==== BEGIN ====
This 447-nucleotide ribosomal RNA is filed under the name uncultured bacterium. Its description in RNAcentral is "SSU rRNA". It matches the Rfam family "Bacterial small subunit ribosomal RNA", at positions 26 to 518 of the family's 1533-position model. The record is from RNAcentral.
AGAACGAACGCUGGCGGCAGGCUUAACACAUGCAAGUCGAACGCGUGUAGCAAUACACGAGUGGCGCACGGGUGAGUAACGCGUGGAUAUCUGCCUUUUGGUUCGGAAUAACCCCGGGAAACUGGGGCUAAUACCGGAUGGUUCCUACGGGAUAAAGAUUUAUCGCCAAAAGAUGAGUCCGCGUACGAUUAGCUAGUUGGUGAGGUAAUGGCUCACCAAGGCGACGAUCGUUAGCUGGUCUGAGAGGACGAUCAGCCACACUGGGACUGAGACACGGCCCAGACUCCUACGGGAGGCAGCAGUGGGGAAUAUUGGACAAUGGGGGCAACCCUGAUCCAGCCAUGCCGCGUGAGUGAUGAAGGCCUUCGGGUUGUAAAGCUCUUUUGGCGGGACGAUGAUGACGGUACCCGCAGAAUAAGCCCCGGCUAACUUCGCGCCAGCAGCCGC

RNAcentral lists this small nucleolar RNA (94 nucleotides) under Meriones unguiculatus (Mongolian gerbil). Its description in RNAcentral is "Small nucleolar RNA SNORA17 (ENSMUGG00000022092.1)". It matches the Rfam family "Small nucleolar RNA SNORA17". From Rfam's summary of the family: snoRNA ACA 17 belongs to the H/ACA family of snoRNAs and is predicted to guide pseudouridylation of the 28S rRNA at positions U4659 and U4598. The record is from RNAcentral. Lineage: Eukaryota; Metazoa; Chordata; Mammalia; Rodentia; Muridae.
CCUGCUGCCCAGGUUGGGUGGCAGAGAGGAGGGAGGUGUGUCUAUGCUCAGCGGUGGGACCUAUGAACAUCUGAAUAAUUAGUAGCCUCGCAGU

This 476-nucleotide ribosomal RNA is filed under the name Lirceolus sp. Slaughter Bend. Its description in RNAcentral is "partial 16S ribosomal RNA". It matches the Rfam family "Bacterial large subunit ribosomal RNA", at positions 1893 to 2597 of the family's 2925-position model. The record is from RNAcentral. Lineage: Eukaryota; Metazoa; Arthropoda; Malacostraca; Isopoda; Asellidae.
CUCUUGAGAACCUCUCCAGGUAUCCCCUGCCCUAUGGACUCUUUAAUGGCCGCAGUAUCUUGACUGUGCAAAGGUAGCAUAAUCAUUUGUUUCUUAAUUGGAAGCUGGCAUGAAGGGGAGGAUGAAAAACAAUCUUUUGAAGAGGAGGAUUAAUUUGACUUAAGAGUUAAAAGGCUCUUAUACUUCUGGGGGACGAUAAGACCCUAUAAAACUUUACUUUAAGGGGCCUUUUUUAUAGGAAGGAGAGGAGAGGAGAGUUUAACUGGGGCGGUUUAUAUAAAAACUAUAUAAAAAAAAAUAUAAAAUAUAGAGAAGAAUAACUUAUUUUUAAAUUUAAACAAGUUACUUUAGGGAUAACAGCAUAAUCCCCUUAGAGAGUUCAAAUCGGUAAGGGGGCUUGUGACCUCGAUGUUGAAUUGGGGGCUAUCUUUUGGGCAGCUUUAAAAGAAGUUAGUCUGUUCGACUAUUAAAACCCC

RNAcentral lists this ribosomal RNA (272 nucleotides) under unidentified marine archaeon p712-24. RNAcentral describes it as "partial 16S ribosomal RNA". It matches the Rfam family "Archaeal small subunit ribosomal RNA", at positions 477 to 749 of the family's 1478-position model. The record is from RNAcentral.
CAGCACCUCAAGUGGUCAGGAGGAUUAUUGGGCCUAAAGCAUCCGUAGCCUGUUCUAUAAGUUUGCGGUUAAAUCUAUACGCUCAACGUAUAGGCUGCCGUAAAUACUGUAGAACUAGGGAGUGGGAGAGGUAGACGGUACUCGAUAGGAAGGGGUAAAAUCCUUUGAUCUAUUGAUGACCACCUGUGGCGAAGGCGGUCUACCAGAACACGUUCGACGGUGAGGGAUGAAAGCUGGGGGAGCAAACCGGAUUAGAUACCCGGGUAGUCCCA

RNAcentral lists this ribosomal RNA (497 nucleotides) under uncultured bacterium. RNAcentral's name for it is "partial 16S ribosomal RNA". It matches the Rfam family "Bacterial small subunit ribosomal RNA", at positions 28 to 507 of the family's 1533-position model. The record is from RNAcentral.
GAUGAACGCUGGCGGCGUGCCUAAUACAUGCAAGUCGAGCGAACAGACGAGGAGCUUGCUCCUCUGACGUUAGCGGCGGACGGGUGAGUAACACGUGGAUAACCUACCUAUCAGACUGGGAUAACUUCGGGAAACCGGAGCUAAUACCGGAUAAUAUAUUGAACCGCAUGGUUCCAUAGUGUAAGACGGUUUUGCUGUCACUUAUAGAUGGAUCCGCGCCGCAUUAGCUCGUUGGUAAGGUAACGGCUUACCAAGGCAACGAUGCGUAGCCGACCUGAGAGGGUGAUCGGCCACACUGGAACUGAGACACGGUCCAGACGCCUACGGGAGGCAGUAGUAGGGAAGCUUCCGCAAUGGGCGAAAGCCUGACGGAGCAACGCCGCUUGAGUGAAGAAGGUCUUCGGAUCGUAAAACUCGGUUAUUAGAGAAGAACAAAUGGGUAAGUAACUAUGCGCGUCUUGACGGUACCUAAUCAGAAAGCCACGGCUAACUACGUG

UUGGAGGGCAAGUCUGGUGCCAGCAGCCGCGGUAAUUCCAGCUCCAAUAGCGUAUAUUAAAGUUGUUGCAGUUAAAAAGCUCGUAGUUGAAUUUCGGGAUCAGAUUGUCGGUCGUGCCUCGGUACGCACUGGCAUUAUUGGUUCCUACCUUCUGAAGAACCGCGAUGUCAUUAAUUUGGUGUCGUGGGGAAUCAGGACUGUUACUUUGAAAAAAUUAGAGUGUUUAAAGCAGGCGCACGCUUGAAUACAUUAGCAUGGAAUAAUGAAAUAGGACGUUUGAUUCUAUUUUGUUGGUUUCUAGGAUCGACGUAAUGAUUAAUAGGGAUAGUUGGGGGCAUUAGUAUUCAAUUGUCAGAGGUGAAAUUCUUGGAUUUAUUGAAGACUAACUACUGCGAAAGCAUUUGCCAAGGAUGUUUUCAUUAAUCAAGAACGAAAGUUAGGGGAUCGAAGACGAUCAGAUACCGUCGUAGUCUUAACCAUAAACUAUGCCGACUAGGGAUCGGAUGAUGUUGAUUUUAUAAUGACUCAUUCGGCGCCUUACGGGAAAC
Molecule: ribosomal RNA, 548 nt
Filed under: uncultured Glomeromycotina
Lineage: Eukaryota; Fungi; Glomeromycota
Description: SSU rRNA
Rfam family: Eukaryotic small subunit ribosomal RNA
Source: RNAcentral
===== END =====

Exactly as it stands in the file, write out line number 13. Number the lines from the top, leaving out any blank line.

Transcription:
Filed under: uncultured Glomeromycotina